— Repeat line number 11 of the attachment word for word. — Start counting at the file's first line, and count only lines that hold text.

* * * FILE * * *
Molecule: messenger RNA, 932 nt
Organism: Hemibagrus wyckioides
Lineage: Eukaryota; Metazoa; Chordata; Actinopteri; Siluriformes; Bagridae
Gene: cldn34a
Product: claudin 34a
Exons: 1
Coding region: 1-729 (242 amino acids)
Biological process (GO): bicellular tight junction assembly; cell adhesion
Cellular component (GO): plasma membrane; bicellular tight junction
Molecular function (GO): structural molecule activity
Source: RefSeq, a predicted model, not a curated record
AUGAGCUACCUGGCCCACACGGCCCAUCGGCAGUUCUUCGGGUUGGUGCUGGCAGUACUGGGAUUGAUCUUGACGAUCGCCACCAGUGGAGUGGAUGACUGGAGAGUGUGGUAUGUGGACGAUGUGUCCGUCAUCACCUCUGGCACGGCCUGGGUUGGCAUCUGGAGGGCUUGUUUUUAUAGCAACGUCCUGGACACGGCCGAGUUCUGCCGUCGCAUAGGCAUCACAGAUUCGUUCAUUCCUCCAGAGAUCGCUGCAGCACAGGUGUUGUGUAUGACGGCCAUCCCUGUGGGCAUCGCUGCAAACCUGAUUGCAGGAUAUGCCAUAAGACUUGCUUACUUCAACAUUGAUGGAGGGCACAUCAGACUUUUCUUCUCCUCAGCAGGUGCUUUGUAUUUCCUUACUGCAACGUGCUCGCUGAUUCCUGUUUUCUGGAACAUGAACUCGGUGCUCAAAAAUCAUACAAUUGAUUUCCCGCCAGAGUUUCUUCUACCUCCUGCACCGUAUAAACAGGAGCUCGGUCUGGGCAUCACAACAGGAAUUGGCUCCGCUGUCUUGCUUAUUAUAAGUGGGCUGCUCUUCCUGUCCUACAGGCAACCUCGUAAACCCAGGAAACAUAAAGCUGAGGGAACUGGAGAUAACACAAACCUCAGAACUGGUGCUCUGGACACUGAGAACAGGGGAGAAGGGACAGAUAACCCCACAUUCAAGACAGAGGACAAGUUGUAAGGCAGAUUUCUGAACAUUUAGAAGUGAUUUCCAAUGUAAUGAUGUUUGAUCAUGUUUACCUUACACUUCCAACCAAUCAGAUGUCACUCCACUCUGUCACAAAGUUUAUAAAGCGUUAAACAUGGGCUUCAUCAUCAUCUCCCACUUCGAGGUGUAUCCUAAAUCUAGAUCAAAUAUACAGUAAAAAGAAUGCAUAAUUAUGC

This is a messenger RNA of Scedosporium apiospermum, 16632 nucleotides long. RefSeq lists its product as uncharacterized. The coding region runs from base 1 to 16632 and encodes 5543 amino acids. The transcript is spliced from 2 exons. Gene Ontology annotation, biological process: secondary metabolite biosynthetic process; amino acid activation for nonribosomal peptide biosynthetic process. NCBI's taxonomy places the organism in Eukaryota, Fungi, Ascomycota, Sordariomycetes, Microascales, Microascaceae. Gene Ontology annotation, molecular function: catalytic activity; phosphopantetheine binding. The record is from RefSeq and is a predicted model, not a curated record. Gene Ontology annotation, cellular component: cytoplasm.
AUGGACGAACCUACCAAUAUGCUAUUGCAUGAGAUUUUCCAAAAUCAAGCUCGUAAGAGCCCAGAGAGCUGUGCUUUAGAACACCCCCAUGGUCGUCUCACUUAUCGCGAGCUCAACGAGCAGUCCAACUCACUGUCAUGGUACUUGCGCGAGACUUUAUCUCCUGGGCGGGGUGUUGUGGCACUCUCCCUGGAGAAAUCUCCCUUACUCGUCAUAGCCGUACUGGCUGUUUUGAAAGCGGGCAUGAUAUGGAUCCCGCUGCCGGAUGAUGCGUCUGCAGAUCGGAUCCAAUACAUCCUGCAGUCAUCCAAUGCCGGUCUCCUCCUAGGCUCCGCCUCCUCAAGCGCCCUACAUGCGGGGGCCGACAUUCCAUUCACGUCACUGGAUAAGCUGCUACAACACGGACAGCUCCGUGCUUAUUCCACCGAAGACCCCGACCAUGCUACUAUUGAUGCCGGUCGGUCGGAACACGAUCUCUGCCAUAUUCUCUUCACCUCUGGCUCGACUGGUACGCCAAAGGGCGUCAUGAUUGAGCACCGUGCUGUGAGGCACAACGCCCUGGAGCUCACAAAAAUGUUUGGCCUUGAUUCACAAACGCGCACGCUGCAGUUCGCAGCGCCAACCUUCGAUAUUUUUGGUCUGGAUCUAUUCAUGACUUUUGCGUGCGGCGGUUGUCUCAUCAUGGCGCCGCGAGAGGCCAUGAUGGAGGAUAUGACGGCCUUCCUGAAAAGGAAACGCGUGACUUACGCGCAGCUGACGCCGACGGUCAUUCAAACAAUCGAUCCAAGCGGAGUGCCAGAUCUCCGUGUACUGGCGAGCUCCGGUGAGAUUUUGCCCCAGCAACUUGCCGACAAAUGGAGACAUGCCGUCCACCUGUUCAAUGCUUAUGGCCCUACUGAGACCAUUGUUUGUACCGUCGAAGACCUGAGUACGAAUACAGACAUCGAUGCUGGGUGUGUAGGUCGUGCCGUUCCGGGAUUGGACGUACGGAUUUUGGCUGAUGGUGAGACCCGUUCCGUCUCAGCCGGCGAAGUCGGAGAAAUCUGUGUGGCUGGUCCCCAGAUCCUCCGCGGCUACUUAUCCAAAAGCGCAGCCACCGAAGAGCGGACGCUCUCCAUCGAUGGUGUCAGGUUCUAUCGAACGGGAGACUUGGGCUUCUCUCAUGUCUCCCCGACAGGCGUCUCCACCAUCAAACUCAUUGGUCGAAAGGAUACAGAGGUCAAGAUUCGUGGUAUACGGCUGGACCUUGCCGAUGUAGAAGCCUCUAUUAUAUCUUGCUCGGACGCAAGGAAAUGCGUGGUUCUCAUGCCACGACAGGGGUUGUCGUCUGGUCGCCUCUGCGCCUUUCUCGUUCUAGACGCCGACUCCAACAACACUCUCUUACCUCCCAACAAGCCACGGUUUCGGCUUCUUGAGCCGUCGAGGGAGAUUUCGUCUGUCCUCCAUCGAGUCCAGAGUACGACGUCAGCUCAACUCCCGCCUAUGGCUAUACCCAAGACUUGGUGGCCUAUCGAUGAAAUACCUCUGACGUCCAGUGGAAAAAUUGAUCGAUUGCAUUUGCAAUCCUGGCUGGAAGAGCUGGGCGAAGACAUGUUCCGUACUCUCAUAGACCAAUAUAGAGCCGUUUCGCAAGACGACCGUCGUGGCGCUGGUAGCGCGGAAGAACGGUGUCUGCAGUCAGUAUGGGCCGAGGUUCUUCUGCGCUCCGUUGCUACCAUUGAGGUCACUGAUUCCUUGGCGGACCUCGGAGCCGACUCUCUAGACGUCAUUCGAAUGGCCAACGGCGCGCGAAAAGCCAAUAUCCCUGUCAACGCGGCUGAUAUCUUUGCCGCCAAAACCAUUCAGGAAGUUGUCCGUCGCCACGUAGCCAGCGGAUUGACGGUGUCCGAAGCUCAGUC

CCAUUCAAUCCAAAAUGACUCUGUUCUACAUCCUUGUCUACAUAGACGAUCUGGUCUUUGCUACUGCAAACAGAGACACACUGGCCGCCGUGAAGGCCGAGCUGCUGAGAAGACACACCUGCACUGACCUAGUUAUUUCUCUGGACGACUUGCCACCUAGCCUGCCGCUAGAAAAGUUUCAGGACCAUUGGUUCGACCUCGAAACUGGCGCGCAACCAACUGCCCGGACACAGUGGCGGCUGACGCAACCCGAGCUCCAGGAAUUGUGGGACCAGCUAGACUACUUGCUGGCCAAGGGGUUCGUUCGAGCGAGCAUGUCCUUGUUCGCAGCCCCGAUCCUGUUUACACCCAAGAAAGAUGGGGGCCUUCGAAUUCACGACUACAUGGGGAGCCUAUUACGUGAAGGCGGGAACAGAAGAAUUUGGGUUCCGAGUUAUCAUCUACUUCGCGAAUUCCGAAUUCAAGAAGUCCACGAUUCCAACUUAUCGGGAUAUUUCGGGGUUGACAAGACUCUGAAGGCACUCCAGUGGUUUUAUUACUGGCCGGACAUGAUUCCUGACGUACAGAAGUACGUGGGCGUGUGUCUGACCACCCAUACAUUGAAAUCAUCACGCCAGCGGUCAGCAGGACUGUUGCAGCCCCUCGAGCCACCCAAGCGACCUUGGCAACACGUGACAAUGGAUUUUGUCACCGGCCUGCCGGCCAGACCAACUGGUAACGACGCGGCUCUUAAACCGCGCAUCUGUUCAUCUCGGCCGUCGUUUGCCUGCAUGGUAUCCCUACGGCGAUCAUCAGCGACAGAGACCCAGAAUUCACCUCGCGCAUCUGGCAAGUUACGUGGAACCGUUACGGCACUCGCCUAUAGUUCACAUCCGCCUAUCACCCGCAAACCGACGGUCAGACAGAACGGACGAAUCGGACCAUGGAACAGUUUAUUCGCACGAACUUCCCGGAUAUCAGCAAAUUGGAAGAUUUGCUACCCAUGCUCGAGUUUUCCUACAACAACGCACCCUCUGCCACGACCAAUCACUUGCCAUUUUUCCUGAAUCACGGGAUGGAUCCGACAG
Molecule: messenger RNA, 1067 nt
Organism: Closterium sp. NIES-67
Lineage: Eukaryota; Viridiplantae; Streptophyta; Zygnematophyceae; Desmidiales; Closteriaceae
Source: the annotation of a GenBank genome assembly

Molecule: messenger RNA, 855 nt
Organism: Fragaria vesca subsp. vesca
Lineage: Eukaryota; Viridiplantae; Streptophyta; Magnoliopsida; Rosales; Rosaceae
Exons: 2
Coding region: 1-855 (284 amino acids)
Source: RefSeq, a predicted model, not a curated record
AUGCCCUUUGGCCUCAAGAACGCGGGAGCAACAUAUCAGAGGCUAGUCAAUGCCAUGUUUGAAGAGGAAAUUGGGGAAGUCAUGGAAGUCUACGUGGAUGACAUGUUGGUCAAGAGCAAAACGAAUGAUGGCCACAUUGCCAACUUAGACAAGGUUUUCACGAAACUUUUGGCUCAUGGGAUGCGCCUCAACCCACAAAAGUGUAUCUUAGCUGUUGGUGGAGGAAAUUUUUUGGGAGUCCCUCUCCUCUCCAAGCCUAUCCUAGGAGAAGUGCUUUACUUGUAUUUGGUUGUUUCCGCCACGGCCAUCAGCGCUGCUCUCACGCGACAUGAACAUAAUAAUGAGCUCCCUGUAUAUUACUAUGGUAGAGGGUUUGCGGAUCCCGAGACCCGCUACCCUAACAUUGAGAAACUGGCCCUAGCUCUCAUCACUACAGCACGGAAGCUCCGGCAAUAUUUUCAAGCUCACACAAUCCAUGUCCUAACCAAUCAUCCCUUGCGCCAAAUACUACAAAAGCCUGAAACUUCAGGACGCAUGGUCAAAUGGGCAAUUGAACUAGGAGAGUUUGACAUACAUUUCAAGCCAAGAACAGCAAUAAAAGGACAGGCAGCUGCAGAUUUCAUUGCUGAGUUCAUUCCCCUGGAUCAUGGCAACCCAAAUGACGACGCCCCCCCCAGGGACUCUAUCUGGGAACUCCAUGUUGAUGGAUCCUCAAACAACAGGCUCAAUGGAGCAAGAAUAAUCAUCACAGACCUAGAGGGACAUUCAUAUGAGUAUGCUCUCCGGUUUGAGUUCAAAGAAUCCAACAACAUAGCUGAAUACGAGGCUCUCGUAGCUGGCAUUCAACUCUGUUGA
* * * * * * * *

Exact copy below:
Source: RefSeq, a predicted model, not a curated record